McGill’s Provost Anthony Masi warned at Tuesday’s Senate meeting that the University’s accumulated deficit could nearly double to around $200.8 million by the 2015 fiscal year as a result of the government’s cuts to university operating grants. McGill would be hit the hardest in 2014: its deficit is set to grow by 33 per cent in a single year, according to a report presented by Masi.
The government told the University that it will withhold $32 million in grant money if the University fails to cut $19 million from its budget by the end of fiscal year 2014.
“This is clearly a devastating picture from the point of view of managing our University,” Masi said. “For anyone to argue that McGill or universities in Quebec aren’t underfunded is just ridiculous.”
The report outlined several strategies that would allow the University to meet their new budgetary constraints. These include targeted cuts, reduced headcounts and salaries, and a reduction in raises coupled with attempts to increase revenue through higher enrolment.
“There’s bound to be some effect on courses, number of courses taught, and the support given,” Masi said. “We can’t make a commitment now that some things are totally a sacred cow. Some of everything will have to be cut, and some will be hurt more than others to protect the core mission.”
“We want to protect the quality of that mission, but the quality of life surrounding it will have to be affected. I don’t mean to be cute on that,” he added.
Principal and Vice-Chancellor Heather Munroe-Blum noted that salaries and benefits constituted 75 per cent of McGill’s core operating expenses. Pension plan liabilities, post-retirement liabilities, and pay equity were also highlighted as “on-going pressures” to the McGill budget in the report.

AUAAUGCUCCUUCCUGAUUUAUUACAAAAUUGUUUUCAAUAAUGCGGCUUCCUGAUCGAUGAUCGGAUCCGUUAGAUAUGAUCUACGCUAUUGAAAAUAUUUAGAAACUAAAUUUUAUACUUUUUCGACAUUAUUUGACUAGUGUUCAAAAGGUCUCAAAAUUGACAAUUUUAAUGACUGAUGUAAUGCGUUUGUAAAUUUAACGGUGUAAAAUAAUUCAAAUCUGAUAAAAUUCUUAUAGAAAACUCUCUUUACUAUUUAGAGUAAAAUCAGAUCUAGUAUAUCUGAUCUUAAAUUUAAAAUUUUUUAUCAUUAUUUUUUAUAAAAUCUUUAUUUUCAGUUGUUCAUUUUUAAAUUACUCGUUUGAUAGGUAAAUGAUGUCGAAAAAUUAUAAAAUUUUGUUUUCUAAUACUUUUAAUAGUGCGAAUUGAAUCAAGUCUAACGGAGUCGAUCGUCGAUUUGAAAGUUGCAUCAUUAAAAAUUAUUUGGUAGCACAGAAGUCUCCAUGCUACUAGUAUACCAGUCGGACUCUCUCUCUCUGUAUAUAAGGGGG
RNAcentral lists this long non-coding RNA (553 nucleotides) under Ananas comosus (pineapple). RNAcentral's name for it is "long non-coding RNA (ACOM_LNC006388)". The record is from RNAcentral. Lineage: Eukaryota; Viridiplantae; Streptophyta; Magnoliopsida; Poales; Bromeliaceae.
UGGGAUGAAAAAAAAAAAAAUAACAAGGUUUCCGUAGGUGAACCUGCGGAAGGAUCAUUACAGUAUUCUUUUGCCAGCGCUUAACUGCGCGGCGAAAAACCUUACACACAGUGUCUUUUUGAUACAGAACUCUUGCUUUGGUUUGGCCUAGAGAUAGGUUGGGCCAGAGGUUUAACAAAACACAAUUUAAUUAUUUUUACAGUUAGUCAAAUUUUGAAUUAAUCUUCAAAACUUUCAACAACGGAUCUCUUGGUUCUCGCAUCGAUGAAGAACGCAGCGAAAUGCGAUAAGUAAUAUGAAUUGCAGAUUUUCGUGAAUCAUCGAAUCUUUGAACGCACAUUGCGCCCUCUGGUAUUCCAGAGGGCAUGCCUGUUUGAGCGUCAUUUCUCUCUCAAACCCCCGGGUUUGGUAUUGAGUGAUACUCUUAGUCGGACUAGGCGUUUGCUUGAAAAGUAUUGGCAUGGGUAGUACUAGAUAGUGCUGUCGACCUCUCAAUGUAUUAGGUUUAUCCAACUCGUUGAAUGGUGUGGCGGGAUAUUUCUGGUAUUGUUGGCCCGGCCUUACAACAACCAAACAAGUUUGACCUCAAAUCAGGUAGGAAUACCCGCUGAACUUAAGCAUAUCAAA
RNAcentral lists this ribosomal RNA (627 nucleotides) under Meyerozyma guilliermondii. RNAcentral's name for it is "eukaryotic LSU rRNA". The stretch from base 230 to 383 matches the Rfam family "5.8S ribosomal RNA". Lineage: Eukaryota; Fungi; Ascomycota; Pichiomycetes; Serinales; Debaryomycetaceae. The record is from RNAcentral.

The idea that students could hold a referendum to decide whether to increase tuition or the amount they pay for services was floated at the meeting. Masi thought this would be a good idea.
“Go for it,” he said.
Senator Graham Bell of the Faculty of Science expressed concern over a decrease in the quality of services and said that his faculty could lose nearly “75 per cent of its TAs.”
“Our mission in research and teaching should be protected, the damage might not be obvious, but it may be real,” he said.
Asked if administrator’s salaries might be affected, Masi said that targeting those expenses would be “symbolic.”
“The last time there was a cut was in 2009, and everyone took a cut,” he said. “If all administrators took a 5 per cent cut, it would barely amount to a quarter of a million dollars.”
A more detailed plan should be available sometime after the government’s summit on higher education, planned for February 25.
“When will we know? We’re working day and night on a bunch of scenarios, we’re looking at all the options but I don’t think it would be fair to come up with a plan without hearing what the town halls, focus groups, have to say,” Masi said.